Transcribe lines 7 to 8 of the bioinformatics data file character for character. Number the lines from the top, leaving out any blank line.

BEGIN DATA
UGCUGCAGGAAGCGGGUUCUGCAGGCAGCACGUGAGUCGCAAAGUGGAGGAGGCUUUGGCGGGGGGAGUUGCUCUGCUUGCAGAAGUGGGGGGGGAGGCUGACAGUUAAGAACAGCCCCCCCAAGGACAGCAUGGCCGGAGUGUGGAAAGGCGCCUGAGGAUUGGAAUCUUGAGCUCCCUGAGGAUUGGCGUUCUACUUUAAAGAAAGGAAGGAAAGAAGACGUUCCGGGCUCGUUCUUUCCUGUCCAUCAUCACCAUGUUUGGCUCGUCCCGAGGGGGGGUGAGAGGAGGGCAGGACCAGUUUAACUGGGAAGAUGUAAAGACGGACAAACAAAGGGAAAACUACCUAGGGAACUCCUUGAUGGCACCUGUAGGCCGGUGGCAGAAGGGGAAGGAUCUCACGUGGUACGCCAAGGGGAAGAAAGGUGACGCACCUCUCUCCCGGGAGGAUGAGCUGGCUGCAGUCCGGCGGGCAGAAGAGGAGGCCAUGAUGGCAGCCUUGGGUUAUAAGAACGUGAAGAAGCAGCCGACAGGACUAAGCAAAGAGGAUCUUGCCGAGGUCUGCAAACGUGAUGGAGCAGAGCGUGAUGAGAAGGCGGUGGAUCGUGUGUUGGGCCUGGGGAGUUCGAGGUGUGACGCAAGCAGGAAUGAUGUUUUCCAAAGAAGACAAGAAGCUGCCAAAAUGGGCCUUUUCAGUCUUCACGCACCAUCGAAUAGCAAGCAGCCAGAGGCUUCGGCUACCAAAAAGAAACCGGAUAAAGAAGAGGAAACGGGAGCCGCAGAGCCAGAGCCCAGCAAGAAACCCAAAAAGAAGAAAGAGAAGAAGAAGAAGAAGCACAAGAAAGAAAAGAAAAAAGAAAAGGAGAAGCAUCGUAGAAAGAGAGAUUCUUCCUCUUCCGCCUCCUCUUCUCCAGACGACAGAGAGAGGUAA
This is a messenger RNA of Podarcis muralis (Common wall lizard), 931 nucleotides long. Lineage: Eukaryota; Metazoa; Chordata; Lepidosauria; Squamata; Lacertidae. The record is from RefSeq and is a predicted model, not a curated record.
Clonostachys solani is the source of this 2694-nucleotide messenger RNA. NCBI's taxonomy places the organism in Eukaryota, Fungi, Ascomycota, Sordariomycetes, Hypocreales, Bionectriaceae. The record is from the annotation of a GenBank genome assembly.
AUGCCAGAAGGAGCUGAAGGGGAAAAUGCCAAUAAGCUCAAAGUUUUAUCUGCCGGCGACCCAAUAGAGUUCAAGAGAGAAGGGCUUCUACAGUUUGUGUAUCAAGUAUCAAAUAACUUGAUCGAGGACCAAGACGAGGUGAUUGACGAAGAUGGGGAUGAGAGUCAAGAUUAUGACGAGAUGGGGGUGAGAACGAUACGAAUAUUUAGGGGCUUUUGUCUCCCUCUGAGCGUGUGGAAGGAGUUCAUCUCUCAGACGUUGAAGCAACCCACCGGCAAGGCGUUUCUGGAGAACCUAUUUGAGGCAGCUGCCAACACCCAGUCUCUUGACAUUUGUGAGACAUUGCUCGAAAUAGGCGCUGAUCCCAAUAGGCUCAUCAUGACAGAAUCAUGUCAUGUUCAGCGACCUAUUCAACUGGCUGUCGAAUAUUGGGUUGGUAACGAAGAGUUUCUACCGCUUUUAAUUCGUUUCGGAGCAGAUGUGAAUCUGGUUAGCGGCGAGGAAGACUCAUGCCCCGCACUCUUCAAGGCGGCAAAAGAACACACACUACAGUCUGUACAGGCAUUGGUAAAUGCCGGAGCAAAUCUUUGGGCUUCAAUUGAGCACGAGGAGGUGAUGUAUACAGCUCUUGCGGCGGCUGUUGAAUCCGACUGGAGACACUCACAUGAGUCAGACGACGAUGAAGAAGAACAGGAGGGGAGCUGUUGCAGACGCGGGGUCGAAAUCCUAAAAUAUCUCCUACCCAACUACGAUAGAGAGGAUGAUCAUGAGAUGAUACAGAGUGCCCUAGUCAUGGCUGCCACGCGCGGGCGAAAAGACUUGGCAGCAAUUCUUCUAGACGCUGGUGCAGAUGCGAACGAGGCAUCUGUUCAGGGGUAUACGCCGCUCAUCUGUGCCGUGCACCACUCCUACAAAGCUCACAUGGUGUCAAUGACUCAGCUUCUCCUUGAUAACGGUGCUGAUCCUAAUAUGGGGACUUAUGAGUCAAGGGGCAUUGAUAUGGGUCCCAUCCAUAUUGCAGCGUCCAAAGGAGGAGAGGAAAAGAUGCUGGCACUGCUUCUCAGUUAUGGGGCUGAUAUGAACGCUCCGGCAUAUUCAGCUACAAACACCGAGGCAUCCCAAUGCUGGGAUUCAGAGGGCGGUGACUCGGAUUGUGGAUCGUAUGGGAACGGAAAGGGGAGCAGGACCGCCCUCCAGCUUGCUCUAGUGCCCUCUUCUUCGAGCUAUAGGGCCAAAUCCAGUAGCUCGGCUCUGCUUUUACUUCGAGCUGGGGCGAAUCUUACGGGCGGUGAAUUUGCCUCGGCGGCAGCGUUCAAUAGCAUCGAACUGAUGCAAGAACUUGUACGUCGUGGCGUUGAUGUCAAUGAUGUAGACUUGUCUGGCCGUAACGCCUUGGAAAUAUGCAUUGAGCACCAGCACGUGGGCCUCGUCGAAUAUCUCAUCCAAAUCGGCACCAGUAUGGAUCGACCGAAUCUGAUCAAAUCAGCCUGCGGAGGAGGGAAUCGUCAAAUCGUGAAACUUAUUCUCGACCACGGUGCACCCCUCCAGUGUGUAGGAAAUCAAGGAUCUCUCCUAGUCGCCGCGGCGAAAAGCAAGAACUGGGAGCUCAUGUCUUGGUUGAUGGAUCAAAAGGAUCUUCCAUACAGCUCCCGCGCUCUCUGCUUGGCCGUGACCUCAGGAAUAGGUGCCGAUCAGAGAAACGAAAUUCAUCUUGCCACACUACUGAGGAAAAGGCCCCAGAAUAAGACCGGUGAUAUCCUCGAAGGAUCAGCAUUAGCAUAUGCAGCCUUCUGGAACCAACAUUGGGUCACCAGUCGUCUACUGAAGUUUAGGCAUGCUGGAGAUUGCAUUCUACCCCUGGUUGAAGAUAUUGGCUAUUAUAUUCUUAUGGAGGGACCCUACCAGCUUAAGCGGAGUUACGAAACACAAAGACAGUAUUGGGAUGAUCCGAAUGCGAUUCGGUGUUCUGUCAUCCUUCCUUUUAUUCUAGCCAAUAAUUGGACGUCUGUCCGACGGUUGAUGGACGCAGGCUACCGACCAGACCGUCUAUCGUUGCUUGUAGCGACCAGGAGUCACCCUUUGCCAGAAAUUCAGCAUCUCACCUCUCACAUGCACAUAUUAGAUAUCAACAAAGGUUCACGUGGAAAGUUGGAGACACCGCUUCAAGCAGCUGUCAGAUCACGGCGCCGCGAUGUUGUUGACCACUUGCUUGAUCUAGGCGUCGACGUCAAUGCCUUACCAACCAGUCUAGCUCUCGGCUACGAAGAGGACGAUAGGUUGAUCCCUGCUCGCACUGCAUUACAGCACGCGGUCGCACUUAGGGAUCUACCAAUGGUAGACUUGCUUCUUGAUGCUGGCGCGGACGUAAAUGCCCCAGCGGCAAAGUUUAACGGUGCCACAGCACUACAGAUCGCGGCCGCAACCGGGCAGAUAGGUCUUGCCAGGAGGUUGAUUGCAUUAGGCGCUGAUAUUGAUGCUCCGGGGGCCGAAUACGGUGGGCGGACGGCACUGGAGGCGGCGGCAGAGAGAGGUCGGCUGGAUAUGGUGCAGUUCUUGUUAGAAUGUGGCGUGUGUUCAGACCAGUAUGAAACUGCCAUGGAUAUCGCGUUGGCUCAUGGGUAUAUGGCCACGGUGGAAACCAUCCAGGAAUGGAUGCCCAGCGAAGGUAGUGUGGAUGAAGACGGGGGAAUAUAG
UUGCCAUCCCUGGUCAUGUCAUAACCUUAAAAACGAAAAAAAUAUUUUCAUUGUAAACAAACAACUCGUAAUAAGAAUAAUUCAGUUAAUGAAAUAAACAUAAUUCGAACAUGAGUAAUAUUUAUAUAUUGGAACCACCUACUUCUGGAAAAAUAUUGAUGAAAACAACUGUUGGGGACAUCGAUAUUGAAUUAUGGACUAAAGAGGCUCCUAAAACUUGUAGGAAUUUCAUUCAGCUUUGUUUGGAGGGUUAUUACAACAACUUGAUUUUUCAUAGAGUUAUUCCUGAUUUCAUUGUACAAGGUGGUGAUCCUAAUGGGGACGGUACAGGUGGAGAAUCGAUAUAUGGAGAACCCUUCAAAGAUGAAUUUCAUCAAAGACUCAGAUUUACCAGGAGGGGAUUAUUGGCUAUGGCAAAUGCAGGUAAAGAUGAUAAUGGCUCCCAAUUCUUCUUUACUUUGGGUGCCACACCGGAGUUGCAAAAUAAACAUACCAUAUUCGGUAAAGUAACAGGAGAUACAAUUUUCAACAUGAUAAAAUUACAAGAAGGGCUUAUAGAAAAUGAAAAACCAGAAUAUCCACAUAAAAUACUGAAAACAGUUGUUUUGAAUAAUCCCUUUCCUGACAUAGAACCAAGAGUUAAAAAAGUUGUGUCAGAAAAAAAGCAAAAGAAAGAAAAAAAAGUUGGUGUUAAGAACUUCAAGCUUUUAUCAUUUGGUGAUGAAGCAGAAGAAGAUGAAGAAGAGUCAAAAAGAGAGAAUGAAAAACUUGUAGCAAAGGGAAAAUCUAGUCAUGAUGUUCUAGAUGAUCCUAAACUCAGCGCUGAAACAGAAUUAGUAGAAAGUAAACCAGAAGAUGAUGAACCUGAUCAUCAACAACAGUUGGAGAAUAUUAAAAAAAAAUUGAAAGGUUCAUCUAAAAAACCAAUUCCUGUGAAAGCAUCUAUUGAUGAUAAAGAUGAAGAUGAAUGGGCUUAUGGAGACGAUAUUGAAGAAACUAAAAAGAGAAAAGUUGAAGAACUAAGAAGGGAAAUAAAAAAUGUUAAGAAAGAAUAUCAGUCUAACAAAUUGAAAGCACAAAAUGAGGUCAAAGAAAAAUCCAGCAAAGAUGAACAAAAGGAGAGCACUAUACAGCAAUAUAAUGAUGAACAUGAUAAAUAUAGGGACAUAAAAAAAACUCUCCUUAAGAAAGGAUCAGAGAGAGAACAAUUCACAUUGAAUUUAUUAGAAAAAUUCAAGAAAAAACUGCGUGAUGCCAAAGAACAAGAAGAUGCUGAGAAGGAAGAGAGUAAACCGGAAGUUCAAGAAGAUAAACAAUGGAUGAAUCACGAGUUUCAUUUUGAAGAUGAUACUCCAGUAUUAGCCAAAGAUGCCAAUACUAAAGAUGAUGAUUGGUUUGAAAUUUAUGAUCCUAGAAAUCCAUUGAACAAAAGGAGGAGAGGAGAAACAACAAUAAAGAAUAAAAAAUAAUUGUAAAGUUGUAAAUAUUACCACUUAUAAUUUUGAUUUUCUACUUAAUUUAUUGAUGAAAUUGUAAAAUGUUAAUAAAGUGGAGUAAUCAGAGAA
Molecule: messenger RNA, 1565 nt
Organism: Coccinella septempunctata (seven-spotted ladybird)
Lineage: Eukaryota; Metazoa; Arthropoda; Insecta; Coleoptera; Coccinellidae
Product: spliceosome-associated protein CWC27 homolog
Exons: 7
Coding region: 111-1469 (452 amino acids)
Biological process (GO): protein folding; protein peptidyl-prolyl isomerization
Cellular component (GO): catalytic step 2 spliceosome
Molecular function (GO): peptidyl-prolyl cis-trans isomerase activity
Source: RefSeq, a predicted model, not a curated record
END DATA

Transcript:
Organism: Coccinella septempunctata (seven-spotted ladybird)
Lineage: Eukaryota; Metazoa; Arthropoda; Insecta; Coleoptera; Coccinellidae